Lack of sufficient field data adds difficulties to the calibration and evaluation of predictive accuracy of groundwater models. This paper investigates the use of interpolation of hydraulic heads observed at limited nodal measurement points below Indian River Lagoon to aid improve calibration and evaluation of groundwater models at two vertical-plain transects across the lagoon. Additional nodal head values were extracted from the interpolated head distributions. Models were developed using SEAWAT to estimate magnitudes of submarine groundwater discharge (SGD) into the lagoon. Calibration objective was to minimize hydraulic head residuals, and make sure that simulated head distributions compare visually well to the interpolated distributions. Calibration results were evaluated using: 1) root mean square error (RMSE), 2) Nash-Sutcliffe efficiency (NSE) index, 3) two-sided t-test, and 4) visual comparisons of measured and simulated head distributions. Statistical analysis results with and without the additional interpolation-based head values were compared. RMSE results were found to be meaningless since the models overpredicted annual SGD up to 278% even at RMSE as small as 0.089m. NSE produced misleading results at one of the transects when comparisons were made without the additional interpolation-based head data. However, adding those points, improved NSE statistical results. Two-sided t-test didn’t show differences in results after adding more observation points. However, it agreed relatively well with visual comparisons. It is recommended to conduct interpolation of observed data to obtain complete hydraulic head distributions prior to conducting statistical analyses. Interpolation not only improves statistical analyses but also provides another calibration tool through visual comparison.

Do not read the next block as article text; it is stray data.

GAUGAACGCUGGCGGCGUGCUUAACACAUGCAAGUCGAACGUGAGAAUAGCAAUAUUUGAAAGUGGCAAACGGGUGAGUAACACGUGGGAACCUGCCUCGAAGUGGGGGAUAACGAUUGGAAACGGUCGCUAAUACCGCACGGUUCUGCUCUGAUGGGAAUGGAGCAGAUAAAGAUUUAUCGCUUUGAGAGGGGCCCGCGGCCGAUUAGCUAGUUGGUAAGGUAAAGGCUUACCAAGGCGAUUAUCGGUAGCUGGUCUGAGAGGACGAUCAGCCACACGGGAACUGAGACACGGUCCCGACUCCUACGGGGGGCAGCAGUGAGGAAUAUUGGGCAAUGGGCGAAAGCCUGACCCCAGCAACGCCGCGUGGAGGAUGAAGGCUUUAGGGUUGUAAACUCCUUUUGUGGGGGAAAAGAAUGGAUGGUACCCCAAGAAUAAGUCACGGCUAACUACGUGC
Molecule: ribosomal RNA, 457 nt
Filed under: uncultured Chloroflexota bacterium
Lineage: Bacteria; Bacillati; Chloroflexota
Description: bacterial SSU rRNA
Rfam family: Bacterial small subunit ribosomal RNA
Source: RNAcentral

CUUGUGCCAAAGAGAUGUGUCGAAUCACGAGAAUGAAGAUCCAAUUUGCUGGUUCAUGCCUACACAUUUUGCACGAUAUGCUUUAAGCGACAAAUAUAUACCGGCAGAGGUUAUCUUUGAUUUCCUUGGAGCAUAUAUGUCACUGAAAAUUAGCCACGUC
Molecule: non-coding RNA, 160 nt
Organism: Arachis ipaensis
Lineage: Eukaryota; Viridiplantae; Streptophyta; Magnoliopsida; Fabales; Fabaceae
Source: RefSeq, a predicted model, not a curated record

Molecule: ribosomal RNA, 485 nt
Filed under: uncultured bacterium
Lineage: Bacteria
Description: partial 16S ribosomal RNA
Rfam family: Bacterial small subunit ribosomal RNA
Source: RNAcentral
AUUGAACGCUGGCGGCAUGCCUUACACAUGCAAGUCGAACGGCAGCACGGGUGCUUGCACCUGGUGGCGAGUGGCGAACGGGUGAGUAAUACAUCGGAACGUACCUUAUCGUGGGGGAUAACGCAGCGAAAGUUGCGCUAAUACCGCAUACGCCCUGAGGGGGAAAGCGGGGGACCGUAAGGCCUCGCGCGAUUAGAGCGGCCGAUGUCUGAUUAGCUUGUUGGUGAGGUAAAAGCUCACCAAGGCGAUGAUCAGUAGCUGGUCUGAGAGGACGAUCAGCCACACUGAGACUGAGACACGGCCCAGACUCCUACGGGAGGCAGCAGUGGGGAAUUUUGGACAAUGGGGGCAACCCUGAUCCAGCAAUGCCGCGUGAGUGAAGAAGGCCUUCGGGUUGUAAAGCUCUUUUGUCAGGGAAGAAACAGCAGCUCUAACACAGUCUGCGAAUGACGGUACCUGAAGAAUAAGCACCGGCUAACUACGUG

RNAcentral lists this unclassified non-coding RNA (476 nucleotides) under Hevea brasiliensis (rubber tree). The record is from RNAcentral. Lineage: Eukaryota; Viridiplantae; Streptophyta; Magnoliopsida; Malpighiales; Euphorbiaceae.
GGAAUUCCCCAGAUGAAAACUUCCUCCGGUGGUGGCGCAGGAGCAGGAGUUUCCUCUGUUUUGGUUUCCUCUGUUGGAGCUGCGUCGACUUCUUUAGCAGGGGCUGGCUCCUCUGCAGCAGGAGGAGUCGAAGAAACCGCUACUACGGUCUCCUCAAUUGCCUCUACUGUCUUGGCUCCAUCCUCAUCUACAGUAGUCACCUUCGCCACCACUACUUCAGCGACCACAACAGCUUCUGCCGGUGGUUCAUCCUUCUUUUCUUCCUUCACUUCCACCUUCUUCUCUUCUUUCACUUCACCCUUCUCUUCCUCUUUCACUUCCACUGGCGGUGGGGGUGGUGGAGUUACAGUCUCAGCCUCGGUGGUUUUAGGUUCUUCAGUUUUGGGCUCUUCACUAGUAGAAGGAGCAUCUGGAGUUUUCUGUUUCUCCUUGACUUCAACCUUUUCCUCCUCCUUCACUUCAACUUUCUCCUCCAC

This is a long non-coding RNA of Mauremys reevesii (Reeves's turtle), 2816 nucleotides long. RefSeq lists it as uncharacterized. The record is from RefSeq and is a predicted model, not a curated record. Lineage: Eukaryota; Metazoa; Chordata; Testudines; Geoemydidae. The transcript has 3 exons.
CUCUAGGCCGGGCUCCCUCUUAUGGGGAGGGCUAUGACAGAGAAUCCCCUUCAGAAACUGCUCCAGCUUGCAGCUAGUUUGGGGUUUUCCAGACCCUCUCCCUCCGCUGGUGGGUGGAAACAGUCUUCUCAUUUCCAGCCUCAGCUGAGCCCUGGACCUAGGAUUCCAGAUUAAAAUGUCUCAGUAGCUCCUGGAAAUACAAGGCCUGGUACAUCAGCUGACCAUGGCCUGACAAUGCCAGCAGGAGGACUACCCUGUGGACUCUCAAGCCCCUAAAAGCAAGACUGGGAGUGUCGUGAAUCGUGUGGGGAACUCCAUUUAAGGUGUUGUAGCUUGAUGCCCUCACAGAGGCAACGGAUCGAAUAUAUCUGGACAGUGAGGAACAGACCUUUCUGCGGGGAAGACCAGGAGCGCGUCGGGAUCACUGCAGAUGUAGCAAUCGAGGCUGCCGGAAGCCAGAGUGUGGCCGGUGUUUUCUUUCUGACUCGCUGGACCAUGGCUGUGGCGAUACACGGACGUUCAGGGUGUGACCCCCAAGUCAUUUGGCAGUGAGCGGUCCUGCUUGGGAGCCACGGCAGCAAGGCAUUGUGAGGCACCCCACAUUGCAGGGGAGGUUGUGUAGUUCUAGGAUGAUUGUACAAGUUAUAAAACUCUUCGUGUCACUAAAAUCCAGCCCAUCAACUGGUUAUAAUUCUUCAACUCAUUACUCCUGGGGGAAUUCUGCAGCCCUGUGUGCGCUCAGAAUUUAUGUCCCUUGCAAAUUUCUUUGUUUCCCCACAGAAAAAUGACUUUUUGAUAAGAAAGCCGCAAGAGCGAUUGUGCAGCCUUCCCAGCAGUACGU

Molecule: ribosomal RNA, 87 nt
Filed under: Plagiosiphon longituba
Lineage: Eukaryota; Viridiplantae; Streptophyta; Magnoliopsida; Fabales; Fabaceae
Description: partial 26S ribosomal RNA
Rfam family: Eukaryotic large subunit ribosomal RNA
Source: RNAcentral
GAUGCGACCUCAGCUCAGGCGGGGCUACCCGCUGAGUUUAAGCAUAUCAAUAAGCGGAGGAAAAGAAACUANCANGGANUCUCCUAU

Ashok Pandit– 2Professor and Department Head, Civil Engineering Department, Florida Institute of Technology, Melbourne, Florida
2Professor and Department Head, Civil Engineering Department
Florida Institute of Technology
Dr. Pandit is a professor and department head of the Civil Engineering and Construction Management department at the Florida Institute of Technology. His research interestes include groundwater modeling and stormwater management. For the past 10 years he has been involved in estimating groundwater nutrient loads into the Indian River Lagoon, an estuary on the east-central coast of Florida.